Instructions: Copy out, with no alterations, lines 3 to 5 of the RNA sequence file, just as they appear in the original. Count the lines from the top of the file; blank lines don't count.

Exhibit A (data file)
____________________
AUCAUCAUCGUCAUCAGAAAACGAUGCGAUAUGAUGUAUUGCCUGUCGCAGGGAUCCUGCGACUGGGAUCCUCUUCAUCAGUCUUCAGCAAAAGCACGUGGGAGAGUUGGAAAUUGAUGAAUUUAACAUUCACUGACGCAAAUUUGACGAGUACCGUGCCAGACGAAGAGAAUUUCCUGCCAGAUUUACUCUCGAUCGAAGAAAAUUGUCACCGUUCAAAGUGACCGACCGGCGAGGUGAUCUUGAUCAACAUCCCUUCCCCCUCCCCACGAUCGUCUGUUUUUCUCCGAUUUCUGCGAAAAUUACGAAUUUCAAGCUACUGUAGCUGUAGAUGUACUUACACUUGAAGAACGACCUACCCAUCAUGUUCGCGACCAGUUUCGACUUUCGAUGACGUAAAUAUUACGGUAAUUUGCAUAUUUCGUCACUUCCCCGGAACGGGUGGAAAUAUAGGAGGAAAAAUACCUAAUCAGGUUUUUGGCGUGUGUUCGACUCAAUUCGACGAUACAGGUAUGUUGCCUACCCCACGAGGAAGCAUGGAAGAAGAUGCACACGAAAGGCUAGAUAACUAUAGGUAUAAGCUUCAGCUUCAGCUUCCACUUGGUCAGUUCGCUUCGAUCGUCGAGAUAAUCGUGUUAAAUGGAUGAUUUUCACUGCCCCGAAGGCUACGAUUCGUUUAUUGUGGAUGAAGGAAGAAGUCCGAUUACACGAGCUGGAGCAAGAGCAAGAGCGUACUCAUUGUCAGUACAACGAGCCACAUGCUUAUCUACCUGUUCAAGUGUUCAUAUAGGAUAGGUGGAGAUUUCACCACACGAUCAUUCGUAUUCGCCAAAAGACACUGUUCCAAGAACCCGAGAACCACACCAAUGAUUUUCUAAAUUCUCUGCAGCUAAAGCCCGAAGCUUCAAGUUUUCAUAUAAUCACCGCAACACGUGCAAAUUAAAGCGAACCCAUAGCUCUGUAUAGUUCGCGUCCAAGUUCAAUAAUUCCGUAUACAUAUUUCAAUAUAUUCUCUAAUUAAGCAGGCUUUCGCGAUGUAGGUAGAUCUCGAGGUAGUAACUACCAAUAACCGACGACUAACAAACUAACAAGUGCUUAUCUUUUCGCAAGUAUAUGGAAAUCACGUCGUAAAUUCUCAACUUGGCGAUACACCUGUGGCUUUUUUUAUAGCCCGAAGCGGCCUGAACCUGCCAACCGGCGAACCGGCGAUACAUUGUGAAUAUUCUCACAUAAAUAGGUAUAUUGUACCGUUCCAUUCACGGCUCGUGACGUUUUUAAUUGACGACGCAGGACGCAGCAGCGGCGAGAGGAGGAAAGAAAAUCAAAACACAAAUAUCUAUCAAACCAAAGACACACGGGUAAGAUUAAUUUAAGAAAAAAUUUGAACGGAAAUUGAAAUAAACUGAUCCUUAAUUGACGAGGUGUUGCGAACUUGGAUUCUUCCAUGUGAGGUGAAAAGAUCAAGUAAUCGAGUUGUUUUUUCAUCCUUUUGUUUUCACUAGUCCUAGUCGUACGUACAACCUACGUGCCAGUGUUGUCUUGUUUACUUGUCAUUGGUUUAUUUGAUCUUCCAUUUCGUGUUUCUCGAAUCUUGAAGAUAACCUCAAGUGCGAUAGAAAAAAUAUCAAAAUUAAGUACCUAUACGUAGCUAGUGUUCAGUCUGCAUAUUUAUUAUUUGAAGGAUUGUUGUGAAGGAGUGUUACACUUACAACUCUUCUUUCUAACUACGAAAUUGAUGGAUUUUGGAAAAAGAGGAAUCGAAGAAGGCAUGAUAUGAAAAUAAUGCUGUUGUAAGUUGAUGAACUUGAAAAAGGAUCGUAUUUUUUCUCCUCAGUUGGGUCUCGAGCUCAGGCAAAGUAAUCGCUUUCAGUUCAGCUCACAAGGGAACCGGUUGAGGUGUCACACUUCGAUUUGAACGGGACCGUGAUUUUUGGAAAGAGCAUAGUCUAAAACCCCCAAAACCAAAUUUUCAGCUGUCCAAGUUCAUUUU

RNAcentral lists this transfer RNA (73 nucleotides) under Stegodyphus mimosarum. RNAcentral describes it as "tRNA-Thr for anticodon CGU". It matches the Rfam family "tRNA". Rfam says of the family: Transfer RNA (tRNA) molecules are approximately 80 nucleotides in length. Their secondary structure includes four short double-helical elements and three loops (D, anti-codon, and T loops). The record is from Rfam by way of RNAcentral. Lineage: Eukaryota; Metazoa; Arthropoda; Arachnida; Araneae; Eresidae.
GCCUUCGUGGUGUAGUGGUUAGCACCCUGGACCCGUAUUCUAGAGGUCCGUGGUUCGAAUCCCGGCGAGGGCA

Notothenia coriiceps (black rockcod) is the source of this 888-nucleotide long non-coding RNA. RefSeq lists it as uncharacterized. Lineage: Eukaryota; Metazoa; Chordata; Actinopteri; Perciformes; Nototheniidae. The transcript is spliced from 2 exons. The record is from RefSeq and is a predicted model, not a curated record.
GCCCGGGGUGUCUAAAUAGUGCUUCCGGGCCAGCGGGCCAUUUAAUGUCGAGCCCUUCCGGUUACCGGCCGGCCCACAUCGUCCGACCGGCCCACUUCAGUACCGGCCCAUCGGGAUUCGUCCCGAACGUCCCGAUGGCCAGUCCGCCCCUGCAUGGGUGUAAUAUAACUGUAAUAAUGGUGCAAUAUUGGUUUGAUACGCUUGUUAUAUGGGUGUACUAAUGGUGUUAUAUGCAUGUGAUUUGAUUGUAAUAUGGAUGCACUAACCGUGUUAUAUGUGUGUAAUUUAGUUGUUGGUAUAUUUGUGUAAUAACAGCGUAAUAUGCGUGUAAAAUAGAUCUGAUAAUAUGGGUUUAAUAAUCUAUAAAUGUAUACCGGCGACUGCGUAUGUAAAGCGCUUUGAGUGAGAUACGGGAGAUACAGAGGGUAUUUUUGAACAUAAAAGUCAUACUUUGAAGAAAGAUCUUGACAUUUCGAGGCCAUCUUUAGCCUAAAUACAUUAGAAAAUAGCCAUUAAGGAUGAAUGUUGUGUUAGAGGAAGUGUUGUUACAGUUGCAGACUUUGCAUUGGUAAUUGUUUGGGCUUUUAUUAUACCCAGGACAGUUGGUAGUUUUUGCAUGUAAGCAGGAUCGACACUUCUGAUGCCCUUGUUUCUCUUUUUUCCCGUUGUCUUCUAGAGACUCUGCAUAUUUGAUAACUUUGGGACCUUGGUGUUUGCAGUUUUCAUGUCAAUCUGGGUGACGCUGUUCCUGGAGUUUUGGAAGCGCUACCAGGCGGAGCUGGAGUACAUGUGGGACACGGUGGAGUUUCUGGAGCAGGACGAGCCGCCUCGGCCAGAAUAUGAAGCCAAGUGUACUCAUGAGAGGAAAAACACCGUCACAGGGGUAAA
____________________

GCCUUCGUGGUGUAGUGGUUAGCACCCUGGACCCGUAUUCUAGAGGUCCGUGGUUCGAAUCCCGGCGAGGGCA

Notothenia coriiceps (black rockcod) is the source of this 888-nucleotide long non-coding RNA. RefSeq lists it as uncharacterized. Lineage: Eukaryota; Metazoa; Chordata; Actinopteri; Perciformes; Nototheniidae. The transcript is spliced from 2 exons. The record is from RefSeq and is a predicted model, not a curated record.
GCCCGGGGUGUCUAAAUAGUGCUUCCGGGCCAGCGGGCCAUUUAAUGUCGAGCCCUUCCGGUUACCGGCCGGCCCACAUCGUCCGACCGGCCCACUUCAGUACCGGCCCAUCGGGAUUCGUCCCGAACGUCCCGAUGGCCAGUCCGCCCCUGCAUGGGUGUAAUAUAACUGUAAUAAUGGUGCAAUAUUGGUUUGAUACGCUUGUUAUAUGGGUGUACUAAUGGUGUUAUAUGCAUGUGAUUUGAUUGUAAUAUGGAUGCACUAACCGUGUUAUAUGUGUGUAAUUUAGUUGUUGGUAUAUUUGUGUAAUAACAGCGUAAUAUGCGUGUAAAAUAGAUCUGAUAAUAUGGGUUUAAUAAUCUAUAAAUGUAUACCGGCGACUGCGUAUGUAAAGCGCUUUGAGUGAGAUACGGGAGAUACAGAGGGUAUUUUUGAACAUAAAAGUCAUACUUUGAAGAAAGAUCUUGACAUUUCGAGGCCAUCUUUAGCCUAAAUACAUUAGAAAAUAGCCAUUAAGGAUGAAUGUUGUGUUAGAGGAAGUGUUGUUACAGUUGCAGACUUUGCAUUGGUAAUUGUUUGGGCUUUUAUUAUACCCAGGACAGUUGGUAGUUUUUGCAUGUAAGCAGGAUCGACACUUCUGAUGCCCUUGUUUCUCUUUUUUCCCGUUGUCUUCUAGAGACUCUGCAUAUUUGAUAACUUUGGGACCUUGGUGUUUGCAGUUUUCAUGUCAAUCUGGGUGACGCUGUUCCUGGAGUUUUGGAAGCGCUACCAGGCGGAGCUGGAGUACAUGUGGGACACGGUGGAGUUUCUGGAGCAGGACGAGCCGCCUCGGCCAGAAUAUGAAGCCAAGUGUACUCAUGAGAGGAAAAACACCGUCACAGGGGUAAA